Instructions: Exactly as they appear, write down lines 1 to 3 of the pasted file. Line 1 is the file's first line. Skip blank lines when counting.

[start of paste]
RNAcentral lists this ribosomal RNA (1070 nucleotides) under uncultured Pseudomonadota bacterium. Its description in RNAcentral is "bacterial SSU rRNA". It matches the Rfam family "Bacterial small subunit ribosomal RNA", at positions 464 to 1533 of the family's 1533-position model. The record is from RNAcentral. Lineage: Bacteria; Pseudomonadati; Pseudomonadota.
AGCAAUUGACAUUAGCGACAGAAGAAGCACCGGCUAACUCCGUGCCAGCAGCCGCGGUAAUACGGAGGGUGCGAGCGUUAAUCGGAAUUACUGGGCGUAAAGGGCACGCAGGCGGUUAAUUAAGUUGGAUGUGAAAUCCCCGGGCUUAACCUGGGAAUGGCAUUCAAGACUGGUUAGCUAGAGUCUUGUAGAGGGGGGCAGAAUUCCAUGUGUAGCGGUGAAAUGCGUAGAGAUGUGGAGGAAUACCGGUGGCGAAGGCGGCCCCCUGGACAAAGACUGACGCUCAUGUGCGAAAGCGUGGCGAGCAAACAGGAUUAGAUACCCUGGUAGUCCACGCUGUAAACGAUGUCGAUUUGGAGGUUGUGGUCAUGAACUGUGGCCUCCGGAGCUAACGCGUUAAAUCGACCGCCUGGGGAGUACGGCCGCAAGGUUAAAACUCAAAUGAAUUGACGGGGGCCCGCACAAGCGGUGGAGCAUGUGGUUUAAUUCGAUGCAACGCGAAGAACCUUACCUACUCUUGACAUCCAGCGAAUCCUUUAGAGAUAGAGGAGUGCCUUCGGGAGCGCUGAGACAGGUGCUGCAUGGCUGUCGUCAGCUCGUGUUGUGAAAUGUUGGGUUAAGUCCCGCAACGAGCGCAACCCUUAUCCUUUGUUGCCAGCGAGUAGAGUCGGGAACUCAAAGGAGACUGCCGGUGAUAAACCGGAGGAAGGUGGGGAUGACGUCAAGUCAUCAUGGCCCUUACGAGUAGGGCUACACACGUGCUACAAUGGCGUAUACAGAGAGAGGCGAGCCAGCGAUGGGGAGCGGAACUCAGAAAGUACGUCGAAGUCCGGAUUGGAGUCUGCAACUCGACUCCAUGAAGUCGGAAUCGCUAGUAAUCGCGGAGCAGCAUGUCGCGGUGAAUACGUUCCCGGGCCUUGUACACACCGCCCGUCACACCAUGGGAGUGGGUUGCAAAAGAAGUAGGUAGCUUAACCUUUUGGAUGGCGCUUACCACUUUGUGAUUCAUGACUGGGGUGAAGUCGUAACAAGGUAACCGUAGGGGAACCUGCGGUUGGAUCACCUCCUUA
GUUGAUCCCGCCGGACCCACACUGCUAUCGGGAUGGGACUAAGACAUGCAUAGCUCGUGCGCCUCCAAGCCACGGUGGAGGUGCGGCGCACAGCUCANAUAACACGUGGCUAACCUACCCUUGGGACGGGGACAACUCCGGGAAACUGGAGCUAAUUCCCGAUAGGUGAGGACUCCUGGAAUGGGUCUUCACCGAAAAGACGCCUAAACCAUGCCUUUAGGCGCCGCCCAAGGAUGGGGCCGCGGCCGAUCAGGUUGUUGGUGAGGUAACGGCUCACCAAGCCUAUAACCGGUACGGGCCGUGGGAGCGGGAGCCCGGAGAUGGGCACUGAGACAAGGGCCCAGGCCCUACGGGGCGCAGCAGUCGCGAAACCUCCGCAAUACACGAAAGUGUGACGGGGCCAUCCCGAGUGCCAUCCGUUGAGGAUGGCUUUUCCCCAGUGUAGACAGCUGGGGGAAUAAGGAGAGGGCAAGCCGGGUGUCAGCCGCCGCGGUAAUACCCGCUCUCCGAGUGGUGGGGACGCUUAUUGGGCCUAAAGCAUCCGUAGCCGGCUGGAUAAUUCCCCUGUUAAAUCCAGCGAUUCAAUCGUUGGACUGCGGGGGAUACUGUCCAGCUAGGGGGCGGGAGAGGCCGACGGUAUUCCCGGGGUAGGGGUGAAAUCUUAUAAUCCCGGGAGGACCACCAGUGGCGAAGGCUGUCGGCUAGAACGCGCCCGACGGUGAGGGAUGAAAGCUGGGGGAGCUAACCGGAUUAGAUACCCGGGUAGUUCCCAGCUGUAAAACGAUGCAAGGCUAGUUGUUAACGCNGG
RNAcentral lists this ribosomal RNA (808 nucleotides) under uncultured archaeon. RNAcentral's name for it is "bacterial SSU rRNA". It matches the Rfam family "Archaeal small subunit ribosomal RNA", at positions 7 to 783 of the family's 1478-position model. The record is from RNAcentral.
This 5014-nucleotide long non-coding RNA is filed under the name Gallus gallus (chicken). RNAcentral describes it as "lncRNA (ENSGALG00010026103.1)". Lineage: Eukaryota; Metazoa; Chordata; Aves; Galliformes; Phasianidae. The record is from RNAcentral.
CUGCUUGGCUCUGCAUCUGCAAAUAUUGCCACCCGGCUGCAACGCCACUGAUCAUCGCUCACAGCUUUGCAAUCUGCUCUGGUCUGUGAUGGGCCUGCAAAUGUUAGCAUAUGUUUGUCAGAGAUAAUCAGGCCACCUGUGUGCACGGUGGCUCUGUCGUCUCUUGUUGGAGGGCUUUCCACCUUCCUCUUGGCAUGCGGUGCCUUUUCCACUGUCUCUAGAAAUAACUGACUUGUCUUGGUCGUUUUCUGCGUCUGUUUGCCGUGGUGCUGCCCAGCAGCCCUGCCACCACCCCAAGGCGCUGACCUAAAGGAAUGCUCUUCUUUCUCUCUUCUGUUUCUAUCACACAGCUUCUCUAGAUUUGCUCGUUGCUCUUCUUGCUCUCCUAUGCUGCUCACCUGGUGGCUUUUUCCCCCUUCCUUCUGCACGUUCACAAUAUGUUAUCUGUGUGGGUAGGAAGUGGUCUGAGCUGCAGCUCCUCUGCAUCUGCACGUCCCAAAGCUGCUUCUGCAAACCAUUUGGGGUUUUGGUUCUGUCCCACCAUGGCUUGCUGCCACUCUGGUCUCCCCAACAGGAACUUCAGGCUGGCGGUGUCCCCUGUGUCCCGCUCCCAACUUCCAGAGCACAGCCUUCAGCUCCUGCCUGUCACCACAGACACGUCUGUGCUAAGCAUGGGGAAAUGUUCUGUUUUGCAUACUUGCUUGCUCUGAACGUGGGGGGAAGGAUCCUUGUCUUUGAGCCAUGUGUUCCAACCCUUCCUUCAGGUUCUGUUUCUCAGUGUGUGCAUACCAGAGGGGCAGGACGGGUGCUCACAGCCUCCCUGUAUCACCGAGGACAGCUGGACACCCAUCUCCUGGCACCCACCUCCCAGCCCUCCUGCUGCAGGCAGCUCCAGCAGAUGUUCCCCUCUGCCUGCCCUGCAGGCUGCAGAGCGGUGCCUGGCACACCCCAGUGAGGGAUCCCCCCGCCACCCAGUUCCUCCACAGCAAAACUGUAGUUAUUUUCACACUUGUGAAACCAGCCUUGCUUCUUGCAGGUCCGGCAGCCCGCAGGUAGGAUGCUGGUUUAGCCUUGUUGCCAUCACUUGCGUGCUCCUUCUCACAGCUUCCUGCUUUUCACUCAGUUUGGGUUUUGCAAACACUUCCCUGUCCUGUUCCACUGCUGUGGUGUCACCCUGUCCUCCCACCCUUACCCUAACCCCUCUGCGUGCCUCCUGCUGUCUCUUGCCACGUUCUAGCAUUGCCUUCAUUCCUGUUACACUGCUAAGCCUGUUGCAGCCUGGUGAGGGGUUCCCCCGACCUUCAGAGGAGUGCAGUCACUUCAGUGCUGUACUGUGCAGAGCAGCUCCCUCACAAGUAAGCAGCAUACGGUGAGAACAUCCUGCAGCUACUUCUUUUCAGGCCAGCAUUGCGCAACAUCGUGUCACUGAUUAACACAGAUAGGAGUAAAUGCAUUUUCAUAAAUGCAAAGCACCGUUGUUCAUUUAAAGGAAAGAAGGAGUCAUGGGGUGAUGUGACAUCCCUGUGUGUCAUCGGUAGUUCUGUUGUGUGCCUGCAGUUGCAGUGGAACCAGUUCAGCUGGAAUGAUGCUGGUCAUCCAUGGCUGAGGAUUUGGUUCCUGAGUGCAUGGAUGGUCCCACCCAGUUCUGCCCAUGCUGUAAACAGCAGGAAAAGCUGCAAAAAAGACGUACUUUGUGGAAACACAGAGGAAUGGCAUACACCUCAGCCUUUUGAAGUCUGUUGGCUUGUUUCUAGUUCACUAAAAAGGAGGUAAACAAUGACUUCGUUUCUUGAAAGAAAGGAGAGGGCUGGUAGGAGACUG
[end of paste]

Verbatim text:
RNAcentral lists this ribosomal RNA (1070 nucleotides) under uncultured Pseudomonadota bacterium. Its description in RNAcentral is "bacterial SSU rRNA". It matches the Rfam family "Bacterial small subunit ribosomal RNA", at positions 464 to 1533 of the family's 1533-position model. The record is from RNAcentral. Lineage: Bacteria; Pseudomonadati; Pseudomonadota.
AGCAAUUGACAUUAGCGACAGAAGAAGCACCGGCUAACUCCGUGCCAGCAGCCGCGGUAAUACGGAGGGUGCGAGCGUUAAUCGGAAUUACUGGGCGUAAAGGGCACGCAGGCGGUUAAUUAAGUUGGAUGUGAAAUCCCCGGGCUUAACCUGGGAAUGGCAUUCAAGACUGGUUAGCUAGAGUCUUGUAGAGGGGGGCAGAAUUCCAUGUGUAGCGGUGAAAUGCGUAGAGAUGUGGAGGAAUACCGGUGGCGAAGGCGGCCCCCUGGACAAAGACUGACGCUCAUGUGCGAAAGCGUGGCGAGCAAACAGGAUUAGAUACCCUGGUAGUCCACGCUGUAAACGAUGUCGAUUUGGAGGUUGUGGUCAUGAACUGUGGCCUCCGGAGCUAACGCGUUAAAUCGACCGCCUGGGGAGUACGGCCGCAAGGUUAAAACUCAAAUGAAUUGACGGGGGCCCGCACAAGCGGUGGAGCAUGUGGUUUAAUUCGAUGCAACGCGAAGAACCUUACCUACUCUUGACAUCCAGCGAAUCCUUUAGAGAUAGAGGAGUGCCUUCGGGAGCGCUGAGACAGGUGCUGCAUGGCUGUCGUCAGCUCGUGUUGUGAAAUGUUGGGUUAAGUCCCGCAACGAGCGCAACCCUUAUCCUUUGUUGCCAGCGAGUAGAGUCGGGAACUCAAAGGAGACUGCCGGUGAUAAACCGGAGGAAGGUGGGGAUGACGUCAAGUCAUCAUGGCCCUUACGAGUAGGGCUACACACGUGCUACAAUGGCGUAUACAGAGAGAGGCGAGCCAGCGAUGGGGAGCGGAACUCAGAAAGUACGUCGAAGUCCGGAUUGGAGUCUGCAACUCGACUCCAUGAAGUCGGAAUCGCUAGUAAUCGCGGAGCAGCAUGUCGCGGUGAAUACGUUCCCGGGCCUUGUACACACCGCCCGUCACACCAUGGGAGUGGGUUGCAAAAGAAGUAGGUAGCUUAACCUUUUGGAUGGCGCUUACCACUUUGUGAUUCAUGACUGGGGUGAAGUCGUAACAAGGUAACCGUAGGGGAACCUGCGGUUGGAUCACCUCCUUA
GUUGAUCCCGCCGGACCCACACUGCUAUCGGGAUGGGACUAAGACAUGCAUAGCUCGUGCGCCUCCAAGCCACGGUGGAGGUGCGGCGCACAGCUCANAUAACACGUGGCUAACCUACCCUUGGGACGGGGACAACUCCGGGAAACUGGAGCUAAUUCCCGAUAGGUGAGGACUCCUGGAAUGGGUCUUCACCGAAAAGACGCCUAAACCAUGCCUUUAGGCGCCGCCCAAGGAUGGGGCCGCGGCCGAUCAGGUUGUUGGUGAGGUAACGGCUCACCAAGCCUAUAACCGGUACGGGCCGUGGGAGCGGGAGCCCGGAGAUGGGCACUGAGACAAGGGCCCAGGCCCUACGGGGCGCAGCAGUCGCGAAACCUCCGCAAUACACGAAAGUGUGACGGGGCCAUCCCGAGUGCCAUCCGUUGAGGAUGGCUUUUCCCCAGUGUAGACAGCUGGGGGAAUAAGGAGAGGGCAAGCCGGGUGUCAGCCGCCGCGGUAAUACCCGCUCUCCGAGUGGUGGGGACGCUUAUUGGGCCUAAAGCAUCCGUAGCCGGCUGGAUAAUUCCCCUGUUAAAUCCAGCGAUUCAAUCGUUGGACUGCGGGGGAUACUGUCCAGCUAGGGGGCGGGAGAGGCCGACGGUAUUCCCGGGGUAGGGGUGAAAUCUUAUAAUCCCGGGAGGACCACCAGUGGCGAAGGCUGUCGGCUAGAACGCGCCCGACGGUGAGGGAUGAAAGCUGGGGGAGCUAACCGGAUUAGAUACCCGGGUAGUUCCCAGCUGUAAAACGAUGCAAGGCUAGUUGUUAACGCNGG